also been treated here at Alpha.Sources). This seems even more evident at this point in
time since the rating agencies themselves have been on the forefront of the
turmoil in financial markets. So, at the end of the day it is perhaps as the
Economist's ever eloquent financial columnist Buttonwood so neatly put it a while back:

But the agencies tend to lean with the wind, rather than against it. They
upgrade debt when the economy is booming and downgrade it when recession

This small piece then comes with a subtle warning. Whatever the perceived need, be it endogenous or exogenous, for the rating agencies to tighten credit standards at this particular point in time my suggestion is that they don't lean too far with the wind since they might end up pushing somebody off a cliff in the process.

Special attention should be paid to thelast point which is ever so important as we move into what could be coined as the next stage in all of this. Consequently, we learned today that Fitch Ratings recently lowered the broad credit rating outlook across a wide range of Eastern European countries citing specifically the deteriorating global conditions and thus these countries' dependence to external financing to keep the boat afloat. Also, S&P moved in today on the Baltics citing the same reasons as Fitch and thus further highlighting the general state of affairs.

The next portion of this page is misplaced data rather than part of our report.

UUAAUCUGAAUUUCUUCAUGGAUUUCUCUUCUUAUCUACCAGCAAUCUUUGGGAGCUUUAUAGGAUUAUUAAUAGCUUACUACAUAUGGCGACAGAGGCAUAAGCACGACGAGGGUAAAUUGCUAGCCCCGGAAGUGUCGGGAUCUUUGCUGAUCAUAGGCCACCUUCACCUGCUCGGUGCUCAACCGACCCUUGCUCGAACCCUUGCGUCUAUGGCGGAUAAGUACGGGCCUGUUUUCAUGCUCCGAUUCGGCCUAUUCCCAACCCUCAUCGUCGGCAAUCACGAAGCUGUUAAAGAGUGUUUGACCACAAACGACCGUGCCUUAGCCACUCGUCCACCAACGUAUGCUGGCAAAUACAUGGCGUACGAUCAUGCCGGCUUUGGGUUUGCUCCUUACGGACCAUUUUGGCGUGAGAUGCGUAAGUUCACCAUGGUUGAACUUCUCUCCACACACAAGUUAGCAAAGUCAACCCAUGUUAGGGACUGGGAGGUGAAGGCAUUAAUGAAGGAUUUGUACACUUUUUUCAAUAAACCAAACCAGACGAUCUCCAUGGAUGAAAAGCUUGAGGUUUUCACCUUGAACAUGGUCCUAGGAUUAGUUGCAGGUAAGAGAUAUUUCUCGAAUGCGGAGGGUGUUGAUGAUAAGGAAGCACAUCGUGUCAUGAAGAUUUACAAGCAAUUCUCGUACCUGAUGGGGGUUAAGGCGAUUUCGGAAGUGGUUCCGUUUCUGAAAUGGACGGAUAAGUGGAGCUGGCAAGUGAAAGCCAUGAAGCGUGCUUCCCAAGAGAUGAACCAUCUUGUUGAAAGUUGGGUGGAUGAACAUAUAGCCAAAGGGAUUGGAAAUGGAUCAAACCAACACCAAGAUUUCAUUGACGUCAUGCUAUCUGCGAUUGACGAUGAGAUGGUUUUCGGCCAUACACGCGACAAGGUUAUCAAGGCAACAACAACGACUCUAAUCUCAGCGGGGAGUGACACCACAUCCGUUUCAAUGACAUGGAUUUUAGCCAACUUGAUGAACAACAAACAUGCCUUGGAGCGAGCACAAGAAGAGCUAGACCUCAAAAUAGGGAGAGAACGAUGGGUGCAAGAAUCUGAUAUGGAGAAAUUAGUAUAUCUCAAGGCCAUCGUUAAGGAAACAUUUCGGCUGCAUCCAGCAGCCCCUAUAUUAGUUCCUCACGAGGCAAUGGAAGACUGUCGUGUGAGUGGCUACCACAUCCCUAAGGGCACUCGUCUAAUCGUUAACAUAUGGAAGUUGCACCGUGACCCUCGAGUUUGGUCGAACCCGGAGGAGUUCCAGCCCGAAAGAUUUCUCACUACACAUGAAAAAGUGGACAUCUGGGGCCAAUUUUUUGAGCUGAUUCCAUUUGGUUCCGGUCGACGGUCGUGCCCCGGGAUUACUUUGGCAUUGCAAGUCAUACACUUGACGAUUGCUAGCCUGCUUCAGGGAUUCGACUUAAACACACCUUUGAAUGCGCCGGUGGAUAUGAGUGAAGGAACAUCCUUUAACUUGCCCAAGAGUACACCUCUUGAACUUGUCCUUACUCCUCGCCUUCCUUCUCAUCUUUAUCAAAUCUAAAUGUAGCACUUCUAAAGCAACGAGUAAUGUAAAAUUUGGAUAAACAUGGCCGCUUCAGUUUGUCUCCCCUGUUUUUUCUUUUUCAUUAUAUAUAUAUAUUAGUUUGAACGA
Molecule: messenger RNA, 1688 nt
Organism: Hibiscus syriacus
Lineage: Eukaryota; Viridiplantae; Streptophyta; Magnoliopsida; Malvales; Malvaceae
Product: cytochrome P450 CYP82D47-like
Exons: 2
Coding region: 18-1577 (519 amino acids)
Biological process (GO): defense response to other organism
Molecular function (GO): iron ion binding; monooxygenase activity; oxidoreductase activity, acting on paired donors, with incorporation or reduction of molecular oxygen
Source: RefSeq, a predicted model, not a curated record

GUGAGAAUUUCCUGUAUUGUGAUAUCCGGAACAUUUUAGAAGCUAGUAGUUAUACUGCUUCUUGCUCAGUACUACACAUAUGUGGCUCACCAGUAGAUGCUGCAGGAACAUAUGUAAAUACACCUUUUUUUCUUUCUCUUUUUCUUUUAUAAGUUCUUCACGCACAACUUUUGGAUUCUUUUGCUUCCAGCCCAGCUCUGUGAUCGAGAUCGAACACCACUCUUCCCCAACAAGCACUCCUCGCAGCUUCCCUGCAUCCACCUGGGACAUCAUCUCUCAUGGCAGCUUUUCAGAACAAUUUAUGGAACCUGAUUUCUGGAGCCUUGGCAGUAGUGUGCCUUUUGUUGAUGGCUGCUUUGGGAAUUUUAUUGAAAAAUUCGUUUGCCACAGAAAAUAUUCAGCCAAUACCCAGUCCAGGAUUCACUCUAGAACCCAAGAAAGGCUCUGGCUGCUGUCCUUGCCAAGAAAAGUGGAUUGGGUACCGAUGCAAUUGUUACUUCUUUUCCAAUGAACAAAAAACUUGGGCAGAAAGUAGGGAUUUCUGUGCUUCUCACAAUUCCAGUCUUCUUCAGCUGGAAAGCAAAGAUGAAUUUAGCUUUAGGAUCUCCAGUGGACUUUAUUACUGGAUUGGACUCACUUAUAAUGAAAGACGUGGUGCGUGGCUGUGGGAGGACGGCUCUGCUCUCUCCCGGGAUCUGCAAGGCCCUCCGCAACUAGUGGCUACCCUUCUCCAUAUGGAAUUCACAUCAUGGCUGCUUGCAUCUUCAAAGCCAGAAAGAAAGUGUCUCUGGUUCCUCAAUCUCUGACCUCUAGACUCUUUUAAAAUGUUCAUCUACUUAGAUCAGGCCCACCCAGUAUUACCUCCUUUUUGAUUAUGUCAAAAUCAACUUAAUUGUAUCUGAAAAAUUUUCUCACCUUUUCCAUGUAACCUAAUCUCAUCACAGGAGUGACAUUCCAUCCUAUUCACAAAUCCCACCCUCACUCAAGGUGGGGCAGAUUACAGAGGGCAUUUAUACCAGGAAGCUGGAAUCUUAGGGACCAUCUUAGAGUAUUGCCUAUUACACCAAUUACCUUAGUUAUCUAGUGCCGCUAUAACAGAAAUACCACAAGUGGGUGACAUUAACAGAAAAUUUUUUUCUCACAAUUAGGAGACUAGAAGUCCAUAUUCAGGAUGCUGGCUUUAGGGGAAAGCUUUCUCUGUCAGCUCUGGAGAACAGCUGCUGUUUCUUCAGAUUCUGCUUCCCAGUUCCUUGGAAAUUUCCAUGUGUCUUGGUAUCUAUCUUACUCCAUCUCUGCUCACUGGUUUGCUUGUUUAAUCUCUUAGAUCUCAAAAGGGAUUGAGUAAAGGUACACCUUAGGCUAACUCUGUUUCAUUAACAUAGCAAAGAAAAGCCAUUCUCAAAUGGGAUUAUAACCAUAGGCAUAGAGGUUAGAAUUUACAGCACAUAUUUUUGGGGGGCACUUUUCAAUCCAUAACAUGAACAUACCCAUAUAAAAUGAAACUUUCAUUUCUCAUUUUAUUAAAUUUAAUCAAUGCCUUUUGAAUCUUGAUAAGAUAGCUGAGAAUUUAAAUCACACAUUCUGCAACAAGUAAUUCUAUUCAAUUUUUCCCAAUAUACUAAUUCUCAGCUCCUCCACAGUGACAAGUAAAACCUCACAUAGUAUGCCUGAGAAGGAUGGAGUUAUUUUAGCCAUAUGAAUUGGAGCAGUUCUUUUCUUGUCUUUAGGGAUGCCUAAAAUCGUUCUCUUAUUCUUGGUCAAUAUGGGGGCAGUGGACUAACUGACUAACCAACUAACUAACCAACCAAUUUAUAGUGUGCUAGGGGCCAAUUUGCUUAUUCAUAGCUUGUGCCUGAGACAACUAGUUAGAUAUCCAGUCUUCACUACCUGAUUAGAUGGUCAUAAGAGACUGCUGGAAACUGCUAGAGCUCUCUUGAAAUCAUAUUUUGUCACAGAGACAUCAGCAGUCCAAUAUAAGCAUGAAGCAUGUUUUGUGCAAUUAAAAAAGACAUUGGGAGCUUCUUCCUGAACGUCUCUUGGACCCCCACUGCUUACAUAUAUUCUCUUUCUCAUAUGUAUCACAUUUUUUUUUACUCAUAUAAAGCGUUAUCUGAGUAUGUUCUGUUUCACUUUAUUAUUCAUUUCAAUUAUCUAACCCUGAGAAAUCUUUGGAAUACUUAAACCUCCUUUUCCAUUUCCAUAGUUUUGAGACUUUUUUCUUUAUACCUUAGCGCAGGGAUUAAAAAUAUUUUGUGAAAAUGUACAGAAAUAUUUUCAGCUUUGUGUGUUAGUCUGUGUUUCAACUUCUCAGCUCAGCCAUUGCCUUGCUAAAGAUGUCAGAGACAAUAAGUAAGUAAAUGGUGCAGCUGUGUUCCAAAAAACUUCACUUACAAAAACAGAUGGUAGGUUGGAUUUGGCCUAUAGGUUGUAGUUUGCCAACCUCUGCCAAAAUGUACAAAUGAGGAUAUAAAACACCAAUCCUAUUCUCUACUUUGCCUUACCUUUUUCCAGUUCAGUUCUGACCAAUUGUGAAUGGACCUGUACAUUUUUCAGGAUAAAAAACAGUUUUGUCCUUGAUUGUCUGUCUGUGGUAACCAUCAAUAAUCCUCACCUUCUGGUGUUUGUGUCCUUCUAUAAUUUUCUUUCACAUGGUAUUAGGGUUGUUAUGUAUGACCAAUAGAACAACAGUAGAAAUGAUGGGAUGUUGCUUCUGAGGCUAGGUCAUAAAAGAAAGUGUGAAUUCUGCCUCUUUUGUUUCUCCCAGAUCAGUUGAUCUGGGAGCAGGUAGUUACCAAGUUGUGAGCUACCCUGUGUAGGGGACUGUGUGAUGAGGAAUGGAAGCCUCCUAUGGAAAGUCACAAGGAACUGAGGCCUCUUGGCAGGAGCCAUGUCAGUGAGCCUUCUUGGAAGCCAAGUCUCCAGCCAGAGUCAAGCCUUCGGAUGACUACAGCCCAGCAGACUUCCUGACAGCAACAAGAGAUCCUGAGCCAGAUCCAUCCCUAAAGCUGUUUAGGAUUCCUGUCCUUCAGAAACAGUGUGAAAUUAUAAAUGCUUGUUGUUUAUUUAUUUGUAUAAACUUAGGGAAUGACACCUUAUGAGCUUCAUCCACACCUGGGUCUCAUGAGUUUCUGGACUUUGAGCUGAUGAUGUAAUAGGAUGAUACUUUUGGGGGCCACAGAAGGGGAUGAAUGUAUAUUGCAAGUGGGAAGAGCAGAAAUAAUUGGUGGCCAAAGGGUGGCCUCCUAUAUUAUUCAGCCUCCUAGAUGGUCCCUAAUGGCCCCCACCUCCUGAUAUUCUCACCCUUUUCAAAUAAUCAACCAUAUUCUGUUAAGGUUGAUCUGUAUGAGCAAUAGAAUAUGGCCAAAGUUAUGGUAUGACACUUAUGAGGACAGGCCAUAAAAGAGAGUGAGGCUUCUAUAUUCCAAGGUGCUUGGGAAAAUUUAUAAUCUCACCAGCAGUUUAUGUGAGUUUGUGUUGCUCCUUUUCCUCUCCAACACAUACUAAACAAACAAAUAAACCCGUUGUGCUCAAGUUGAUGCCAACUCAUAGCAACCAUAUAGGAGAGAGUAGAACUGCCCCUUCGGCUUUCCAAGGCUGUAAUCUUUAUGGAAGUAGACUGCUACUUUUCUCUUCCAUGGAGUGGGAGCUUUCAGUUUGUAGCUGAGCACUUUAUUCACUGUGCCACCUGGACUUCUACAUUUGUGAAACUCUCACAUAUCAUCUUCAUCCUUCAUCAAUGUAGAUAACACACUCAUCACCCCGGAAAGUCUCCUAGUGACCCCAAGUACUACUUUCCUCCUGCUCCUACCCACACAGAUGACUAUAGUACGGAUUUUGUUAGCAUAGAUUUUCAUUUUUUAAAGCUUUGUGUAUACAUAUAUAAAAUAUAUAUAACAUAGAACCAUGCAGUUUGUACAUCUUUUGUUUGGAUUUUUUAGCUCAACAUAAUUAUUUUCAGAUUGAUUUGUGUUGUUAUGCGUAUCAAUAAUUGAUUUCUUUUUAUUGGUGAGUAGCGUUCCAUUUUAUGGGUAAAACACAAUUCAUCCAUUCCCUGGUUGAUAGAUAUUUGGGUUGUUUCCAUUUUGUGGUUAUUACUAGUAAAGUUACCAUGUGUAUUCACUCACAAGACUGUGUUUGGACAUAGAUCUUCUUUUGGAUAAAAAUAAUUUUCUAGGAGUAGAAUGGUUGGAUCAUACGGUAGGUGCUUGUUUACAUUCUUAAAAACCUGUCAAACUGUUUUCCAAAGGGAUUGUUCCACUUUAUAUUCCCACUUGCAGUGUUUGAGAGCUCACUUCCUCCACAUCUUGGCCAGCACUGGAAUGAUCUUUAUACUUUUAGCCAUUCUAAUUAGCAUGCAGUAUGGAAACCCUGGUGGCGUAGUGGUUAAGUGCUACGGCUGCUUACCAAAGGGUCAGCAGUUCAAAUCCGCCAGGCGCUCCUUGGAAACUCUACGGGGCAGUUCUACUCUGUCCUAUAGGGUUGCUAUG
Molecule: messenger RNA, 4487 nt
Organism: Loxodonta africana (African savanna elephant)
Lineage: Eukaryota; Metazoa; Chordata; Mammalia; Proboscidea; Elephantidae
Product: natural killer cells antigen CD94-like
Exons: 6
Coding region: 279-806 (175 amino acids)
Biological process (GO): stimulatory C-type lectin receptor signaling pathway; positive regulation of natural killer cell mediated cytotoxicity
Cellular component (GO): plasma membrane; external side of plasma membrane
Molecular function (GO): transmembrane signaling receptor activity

In Conclusion

The noose is tightening by the day now in Eastern Europe. A general slowdown now seems to be a certainty and what remains to be seen is the extent to which this will be a hard and abrupt landing and if so which of the countries will suffer more than others. However, behind the general stylised facts looms a much larger risk, a risk that events in one country may spread to the whole region and thus drag the whole edifice down over Europe's, not to mention the Eurozone's, head. At this point, the consensus is moving closer to an understanding of the risk that some of these countries are faced with. I salute this, especially since what happens in the next months may very well determine the fate of entire economies and societies. I will keep on watching and I'd wish that the ECB/EU also would look a little harder. Perhaps they content that the train has left the station at this point but I don't think we can afford the luxury to assume this.